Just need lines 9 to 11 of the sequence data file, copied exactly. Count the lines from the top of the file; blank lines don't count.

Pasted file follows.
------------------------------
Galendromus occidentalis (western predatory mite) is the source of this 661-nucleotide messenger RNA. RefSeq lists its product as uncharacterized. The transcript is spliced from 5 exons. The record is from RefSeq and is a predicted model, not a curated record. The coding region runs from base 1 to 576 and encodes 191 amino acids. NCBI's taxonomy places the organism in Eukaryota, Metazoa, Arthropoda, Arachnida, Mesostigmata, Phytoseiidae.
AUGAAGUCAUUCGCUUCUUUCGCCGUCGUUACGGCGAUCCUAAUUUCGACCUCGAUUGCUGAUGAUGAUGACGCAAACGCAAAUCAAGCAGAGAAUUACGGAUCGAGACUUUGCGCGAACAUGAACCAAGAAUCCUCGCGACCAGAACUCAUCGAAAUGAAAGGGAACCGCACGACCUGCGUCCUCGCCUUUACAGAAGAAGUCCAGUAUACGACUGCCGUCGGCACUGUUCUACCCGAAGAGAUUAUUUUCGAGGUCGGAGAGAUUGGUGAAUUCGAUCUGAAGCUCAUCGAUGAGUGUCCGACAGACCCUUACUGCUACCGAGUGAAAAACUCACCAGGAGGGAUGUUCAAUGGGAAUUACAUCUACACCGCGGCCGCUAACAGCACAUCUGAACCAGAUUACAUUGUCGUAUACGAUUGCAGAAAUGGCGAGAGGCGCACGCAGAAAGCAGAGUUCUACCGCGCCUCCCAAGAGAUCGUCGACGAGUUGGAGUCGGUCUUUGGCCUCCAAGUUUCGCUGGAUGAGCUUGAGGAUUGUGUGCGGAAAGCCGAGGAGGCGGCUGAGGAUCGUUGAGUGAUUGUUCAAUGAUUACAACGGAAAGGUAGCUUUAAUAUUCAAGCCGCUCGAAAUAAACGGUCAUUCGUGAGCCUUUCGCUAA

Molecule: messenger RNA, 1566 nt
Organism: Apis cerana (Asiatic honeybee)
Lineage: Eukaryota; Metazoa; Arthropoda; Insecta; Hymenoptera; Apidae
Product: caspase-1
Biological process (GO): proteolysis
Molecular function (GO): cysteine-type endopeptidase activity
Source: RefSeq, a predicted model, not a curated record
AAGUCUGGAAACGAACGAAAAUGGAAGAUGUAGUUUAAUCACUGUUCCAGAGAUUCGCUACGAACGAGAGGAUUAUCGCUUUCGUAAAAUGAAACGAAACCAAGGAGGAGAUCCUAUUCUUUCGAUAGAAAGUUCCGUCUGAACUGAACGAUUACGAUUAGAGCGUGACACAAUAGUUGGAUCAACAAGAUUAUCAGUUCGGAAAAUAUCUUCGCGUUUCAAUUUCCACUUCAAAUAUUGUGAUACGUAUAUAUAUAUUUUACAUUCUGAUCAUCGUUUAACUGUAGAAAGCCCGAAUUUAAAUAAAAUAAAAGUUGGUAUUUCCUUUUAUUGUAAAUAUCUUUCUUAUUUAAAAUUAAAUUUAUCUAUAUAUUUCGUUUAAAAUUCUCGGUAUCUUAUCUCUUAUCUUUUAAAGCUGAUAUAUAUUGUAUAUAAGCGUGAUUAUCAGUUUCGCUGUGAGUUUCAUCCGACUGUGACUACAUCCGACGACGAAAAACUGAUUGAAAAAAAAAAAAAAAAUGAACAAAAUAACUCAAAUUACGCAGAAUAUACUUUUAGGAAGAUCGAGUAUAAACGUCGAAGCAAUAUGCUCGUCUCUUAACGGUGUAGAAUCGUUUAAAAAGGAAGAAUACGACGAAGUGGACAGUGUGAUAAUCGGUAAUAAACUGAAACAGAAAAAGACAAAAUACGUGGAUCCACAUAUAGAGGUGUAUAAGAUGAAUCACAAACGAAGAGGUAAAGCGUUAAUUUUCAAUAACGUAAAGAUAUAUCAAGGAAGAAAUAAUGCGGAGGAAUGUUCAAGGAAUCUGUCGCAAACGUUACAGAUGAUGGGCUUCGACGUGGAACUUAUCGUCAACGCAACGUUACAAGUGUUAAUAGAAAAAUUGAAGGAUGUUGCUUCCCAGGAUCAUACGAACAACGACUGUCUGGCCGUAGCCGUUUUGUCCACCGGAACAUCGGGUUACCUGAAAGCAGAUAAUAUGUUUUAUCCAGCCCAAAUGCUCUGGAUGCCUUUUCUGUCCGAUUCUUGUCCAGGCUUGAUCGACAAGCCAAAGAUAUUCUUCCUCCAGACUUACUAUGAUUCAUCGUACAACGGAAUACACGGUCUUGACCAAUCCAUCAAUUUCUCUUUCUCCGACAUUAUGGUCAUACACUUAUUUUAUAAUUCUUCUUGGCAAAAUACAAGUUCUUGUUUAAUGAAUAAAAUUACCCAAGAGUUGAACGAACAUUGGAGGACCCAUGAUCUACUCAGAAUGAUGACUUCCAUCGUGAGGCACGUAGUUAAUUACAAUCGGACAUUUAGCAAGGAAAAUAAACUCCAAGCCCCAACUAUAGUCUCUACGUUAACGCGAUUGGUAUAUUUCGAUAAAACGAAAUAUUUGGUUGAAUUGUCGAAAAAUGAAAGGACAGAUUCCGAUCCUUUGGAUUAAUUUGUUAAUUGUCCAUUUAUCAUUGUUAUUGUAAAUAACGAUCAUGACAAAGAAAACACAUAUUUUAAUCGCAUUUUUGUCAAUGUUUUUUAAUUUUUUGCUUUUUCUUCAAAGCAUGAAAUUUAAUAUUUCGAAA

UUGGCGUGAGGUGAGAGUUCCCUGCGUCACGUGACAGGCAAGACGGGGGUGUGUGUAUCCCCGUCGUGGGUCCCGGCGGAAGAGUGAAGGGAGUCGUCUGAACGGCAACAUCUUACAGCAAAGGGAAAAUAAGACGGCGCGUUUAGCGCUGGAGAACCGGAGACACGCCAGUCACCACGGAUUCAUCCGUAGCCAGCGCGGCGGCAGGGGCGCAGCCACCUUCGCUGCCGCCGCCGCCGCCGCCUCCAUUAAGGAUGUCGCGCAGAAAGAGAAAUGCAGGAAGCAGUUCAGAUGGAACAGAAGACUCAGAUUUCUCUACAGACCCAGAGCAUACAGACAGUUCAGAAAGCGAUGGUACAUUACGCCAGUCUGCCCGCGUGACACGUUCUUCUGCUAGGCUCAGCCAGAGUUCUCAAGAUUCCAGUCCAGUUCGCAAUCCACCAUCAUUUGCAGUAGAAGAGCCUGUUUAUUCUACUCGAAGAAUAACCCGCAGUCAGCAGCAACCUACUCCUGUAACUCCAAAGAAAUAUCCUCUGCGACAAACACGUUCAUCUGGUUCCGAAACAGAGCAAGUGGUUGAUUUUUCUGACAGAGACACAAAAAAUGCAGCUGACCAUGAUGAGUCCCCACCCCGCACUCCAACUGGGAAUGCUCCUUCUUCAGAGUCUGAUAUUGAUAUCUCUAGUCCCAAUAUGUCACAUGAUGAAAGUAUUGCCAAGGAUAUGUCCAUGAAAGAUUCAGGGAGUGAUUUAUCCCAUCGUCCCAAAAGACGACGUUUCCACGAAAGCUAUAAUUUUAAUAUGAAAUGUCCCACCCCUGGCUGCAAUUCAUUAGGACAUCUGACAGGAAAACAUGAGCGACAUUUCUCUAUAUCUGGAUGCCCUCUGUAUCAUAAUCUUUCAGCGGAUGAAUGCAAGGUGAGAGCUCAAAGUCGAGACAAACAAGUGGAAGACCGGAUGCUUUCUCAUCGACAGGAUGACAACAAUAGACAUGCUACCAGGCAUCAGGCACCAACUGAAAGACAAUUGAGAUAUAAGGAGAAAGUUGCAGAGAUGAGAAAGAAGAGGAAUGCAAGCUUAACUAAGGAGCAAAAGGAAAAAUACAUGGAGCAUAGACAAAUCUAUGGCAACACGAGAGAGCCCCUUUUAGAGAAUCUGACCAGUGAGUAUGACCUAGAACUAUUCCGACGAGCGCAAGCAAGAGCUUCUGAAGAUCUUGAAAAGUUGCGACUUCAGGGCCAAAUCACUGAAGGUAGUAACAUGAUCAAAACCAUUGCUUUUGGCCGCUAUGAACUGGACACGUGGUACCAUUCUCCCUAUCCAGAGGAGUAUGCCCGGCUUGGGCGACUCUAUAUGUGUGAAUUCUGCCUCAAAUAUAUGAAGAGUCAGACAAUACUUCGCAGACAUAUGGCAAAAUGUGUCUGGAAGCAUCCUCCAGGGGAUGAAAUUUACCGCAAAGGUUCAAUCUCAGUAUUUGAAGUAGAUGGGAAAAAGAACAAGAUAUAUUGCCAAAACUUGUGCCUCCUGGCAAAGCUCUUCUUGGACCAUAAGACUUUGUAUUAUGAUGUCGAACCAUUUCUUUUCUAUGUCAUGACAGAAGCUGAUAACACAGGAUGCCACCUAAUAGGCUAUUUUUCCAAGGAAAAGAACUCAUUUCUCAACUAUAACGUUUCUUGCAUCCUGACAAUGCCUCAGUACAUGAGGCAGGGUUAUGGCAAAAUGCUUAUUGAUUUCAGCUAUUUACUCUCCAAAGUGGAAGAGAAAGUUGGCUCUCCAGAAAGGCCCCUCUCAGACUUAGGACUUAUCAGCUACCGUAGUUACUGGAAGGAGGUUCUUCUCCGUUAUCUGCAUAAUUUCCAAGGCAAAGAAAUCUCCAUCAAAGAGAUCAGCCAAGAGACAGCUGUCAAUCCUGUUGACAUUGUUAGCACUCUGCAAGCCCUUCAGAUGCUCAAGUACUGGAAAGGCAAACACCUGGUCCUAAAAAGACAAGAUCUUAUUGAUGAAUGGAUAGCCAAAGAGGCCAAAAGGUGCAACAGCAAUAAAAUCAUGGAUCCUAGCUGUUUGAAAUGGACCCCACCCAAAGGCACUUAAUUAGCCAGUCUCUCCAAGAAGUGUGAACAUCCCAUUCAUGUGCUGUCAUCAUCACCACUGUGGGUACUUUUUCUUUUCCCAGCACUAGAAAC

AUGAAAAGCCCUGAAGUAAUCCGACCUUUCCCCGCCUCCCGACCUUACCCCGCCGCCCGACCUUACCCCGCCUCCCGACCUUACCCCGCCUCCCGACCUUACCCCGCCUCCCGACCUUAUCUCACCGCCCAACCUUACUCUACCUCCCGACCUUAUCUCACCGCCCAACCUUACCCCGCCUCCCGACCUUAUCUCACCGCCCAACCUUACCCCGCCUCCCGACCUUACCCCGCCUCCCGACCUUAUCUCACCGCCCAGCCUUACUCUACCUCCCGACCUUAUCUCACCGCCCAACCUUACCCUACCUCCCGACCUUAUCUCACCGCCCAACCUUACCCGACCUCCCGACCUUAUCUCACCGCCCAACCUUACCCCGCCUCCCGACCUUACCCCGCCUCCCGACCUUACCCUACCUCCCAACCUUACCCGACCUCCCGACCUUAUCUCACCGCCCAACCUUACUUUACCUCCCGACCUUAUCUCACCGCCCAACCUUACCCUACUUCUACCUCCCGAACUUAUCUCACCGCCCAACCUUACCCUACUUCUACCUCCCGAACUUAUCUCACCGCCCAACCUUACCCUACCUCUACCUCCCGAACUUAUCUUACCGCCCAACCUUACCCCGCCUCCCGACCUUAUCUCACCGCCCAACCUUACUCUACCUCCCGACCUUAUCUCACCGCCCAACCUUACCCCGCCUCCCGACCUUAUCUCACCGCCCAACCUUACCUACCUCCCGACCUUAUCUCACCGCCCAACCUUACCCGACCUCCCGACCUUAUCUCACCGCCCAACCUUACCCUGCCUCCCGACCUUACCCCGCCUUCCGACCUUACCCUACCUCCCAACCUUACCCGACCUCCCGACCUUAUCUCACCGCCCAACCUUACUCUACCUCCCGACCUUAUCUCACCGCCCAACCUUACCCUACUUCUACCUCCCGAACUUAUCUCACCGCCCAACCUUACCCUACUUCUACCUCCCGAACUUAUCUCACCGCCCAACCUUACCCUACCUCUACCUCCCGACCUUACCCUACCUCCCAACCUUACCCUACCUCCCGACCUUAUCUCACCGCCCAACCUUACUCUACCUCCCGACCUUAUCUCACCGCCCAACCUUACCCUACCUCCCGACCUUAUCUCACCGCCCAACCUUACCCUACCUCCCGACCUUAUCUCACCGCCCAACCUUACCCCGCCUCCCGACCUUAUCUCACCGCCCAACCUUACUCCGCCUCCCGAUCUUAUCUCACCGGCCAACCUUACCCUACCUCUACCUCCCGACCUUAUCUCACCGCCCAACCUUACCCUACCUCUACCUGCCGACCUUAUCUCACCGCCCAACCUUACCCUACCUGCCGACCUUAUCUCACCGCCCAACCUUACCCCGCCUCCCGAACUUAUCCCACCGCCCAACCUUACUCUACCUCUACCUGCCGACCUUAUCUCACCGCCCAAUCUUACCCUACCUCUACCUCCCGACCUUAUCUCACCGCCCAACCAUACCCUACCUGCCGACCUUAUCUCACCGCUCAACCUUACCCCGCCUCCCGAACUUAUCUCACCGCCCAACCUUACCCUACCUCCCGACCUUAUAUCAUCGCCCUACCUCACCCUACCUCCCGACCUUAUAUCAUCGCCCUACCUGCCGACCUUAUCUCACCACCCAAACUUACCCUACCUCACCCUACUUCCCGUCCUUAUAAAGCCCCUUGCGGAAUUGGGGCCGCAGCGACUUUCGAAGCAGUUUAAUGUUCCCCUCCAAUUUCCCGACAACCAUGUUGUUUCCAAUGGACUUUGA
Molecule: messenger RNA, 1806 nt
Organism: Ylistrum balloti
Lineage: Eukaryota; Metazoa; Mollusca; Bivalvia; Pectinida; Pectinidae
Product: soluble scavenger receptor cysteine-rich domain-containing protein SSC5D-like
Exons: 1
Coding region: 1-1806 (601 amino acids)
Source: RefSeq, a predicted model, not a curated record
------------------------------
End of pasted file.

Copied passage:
Source: RefSeq, a predicted model, not a curated record
AAGUCUGGAAACGAACGAAAAUGGAAGAUGUAGUUUAAUCACUGUUCCAGAGAUUCGCUACGAACGAGAGGAUUAUCGCUUUCGUAAAAUGAAACGAAACCAAGGAGGAGAUCCUAUUCUUUCGAUAGAAAGUUCCGUCUGAACUGAACGAUUACGAUUAGAGCGUGACACAAUAGUUGGAUCAACAAGAUUAUCAGUUCGGAAAAUAUCUUCGCGUUUCAAUUUCCACUUCAAAUAUUGUGAUACGUAUAUAUAUAUUUUACAUUCUGAUCAUCGUUUAACUGUAGAAAGCCCGAAUUUAAAUAAAAUAAAAGUUGGUAUUUCCUUUUAUUGUAAAUAUCUUUCUUAUUUAAAAUUAAAUUUAUCUAUAUAUUUCGUUUAAAAUUCUCGGUAUCUUAUCUCUUAUCUUUUAAAGCUGAUAUAUAUUGUAUAUAAGCGUGAUUAUCAGUUUCGCUGUGAGUUUCAUCCGACUGUGACUACAUCCGACGACGAAAAACUGAUUGAAAAAAAAAAAAAAAAUGAACAAAAUAACUCAAAUUACGCAGAAUAUACUUUUAGGAAGAUCGAGUAUAAACGUCGAAGCAAUAUGCUCGUCUCUUAACGGUGUAGAAUCGUUUAAAAAGGAAGAAUACGACGAAGUGGACAGUGUGAUAAUCGGUAAUAAACUGAAACAGAAAAAGACAAAAUACGUGGAUCCACAUAUAGAGGUGUAUAAGAUGAAUCACAAACGAAGAGGUAAAGCGUUAAUUUUCAAUAACGUAAAGAUAUAUCAAGGAAGAAAUAAUGCGGAGGAAUGUUCAAGGAAUCUGUCGCAAACGUUACAGAUGAUGGGCUUCGACGUGGAACUUAUCGUCAACGCAACGUUACAAGUGUUAAUAGAAAAAUUGAAGGAUGUUGCUUCCCAGGAUCAUACGAACAACGACUGUCUGGCCGUAGCCGUUUUGUCCACCGGAACAUCGGGUUACCUGAAAGCAGAUAAUAUGUUUUAUCCAGCCCAAAUGCUCUGGAUGCCUUUUCUGUCCGAUUCUUGUCCAGGCUUGAUCGACAAGCCAAAGAUAUUCUUCCUCCAGACUUACUAUGAUUCAUCGUACAACGGAAUACACGGUCUUGACCAAUCCAUCAAUUUCUCUUUCUCCGACAUUAUGGUCAUACACUUAUUUUAUAAUUCUUCUUGGCAAAAUACAAGUUCUUGUUUAAUGAAUAAAAUUACCCAAGAGUUGAACGAACAUUGGAGGACCCAUGAUCUACUCAGAAUGAUGACUUCCAUCGUGAGGCACGUAGUUAAUUACAAUCGGACAUUUAGCAAGGAAAAUAAACUCCAAGCCCCAACUAUAGUCUCUACGUUAACGCGAUUGGUAUAUUUCGAUAAAACGAAAUAUUUGGUUGAAUUGUCGAAAAAUGAAAGGACAGAUUCCGAUCCUUUGGAUUAAUUUGUUAAUUGUCCAUUUAUCAUUGUUAUUGUAAAUAACGAUCAUGACAAAGAAAACACAUAUUUUAAUCGCAUUUUUGUCAAUGUUUUUUAAUUUUUUGCUUUUUCUUCAAAGCAUGAAAUUUAAUAUUUCGAAA

UUGGCGUGAGGUGAGAGUUCCCUGCGUCACGUGACAGGCAAGACGGGGGUGUGUGUAUCCCCGUCGUGGGUCCCGGCGGAAGAGUGAAGGGAGUCGUCUGAACGGCAACAUCUUACAGCAAAGGGAAAAUAAGACGGCGCGUUUAGCGCUGGAGAACCGGAGACACGCCAGUCACCACGGAUUCAUCCGUAGCCAGCGCGGCGGCAGGGGCGCAGCCACCUUCGCUGCCGCCGCCGCCGCCGCCUCCAUUAAGGAUGUCGCGCAGAAAGAGAAAUGCAGGAAGCAGUUCAGAUGGAACAGAAGACUCAGAUUUCUCUACAGACCCAGAGCAUACAGACAGUUCAGAAAGCGAUGGUACAUUACGCCAGUCUGCCCGCGUGACACGUUCUUCUGCUAGGCUCAGCCAGAGUUCUCAAGAUUCCAGUCCAGUUCGCAAUCCACCAUCAUUUGCAGUAGAAGAGCCUGUUUAUUCUACUCGAAGAAUAACCCGCAGUCAGCAGCAACCUACUCCUGUAACUCCAAAGAAAUAUCCUCUGCGACAAACACGUUCAUCUGGUUCCGAAACAGAGCAAGUGGUUGAUUUUUCUGACAGAGACACAAAAAAUGCAGCUGACCAUGAUGAGUCCCCACCCCGCACUCCAACUGGGAAUGCUCCUUCUUCAGAGUCUGAUAUUGAUAUCUCUAGUCCCAAUAUGUCACAUGAUGAAAGUAUUGCCAAGGAUAUGUCCAUGAAAGAUUCAGGGAGUGAUUUAUCCCAUCGUCCCAAAAGACGACGUUUCCACGAAAGCUAUAAUUUUAAUAUGAAAUGUCCCACCCCUGGCUGCAAUUCAUUAGGACAUCUGACAGGAAAACAUGAGCGACAUUUCUCUAUAUCUGGAUGCCCUCUGUAUCAUAAUCUUUCAGCGGAUGAAUGCAAGGUGAGAGCUCAAAGUCGAGACAAACAAGUGGAAGACCGGAUGCUUUCUCAUCGACAGGAUGACAACAAUAGACAUGCUACCAGGCAUCAGGCACCAACUGAAAGACAAUUGAGAUAUAAGGAGAAAGUUGCAGAGAUGAGAAAGAAGAGGAAUGCAAGCUUAACUAAGGAGCAAAAGGAAAAAUACAUGGAGCAUAGACAAAUCUAUGGCAACACGAGAGAGCCCCUUUUAGAGAAUCUGACCAGUGAGUAUGACCUAGAACUAUUCCGACGAGCGCAAGCAAGAGCUUCUGAAGAUCUUGAAAAGUUGCGACUUCAGGGCCAAAUCACUGAAGGUAGUAACAUGAUCAAAACCAUUGCUUUUGGCCGCUAUGAACUGGACACGUGGUACCAUUCUCCCUAUCCAGAGGAGUAUGCCCGGCUUGGGCGACUCUAUAUGUGUGAAUUCUGCCUCAAAUAUAUGAAGAGUCAGACAAUACUUCGCAGACAUAUGGCAAAAUGUGUCUGGAAGCAUCCUCCAGGGGAUGAAAUUUACCGCAAAGGUUCAAUCUCAGUAUUUGAAGUAGAUGGGAAAAAGAACAAGAUAUAUUGCCAAAACUUGUGCCUCCUGGCAAAGCUCUUCUUGGACCAUAAGACUUUGUAUUAUGAUGUCGAACCAUUUCUUUUCUAUGUCAUGACAGAAGCUGAUAACACAGGAUGCCACCUAAUAGGCUAUUUUUCCAAGGAAAAGAACUCAUUUCUCAACUAUAACGUUUCUUGCAUCCUGACAAUGCCUCAGUACAUGAGGCAGGGUUAUGGCAAAAUGCUUAUUGAUUUCAGCUAUUUACUCUCCAAAGUGGAAGAGAAAGUUGGCUCUCCAGAAAGGCCCCUCUCAGACUUAGGACUUAUCAGCUACCGUAGUUACUGGAAGGAGGUUCUUCUCCGUUAUCUGCAUAAUUUCCAAGGCAAAGAAAUCUCCAUCAAAGAGAUCAGCCAAGAGACAGCUGUCAAUCCUGUUGACAUUGUUAGCACUCUGCAAGCCCUUCAGAUGCUCAAGUACUGGAAAGGCAAACACCUGGUCCUAAAAAGACAAGAUCUUAUUGAUGAAUGGAUAGCCAAAGAGGCCAAAAGGUGCAACAGCAAUAAAAUCAUGGAUCCUAGCUGUUUGAAAUGGACCCCACCCAAAGGCACUUAAUUAGCCAGUCUCUCCAAGAAGUGUGAACAUCCCAUUCAUGUGCUGUCAUCAUCACCACUGUGGGUACUUUUUCUUUUCCCAGCACUAGAAAC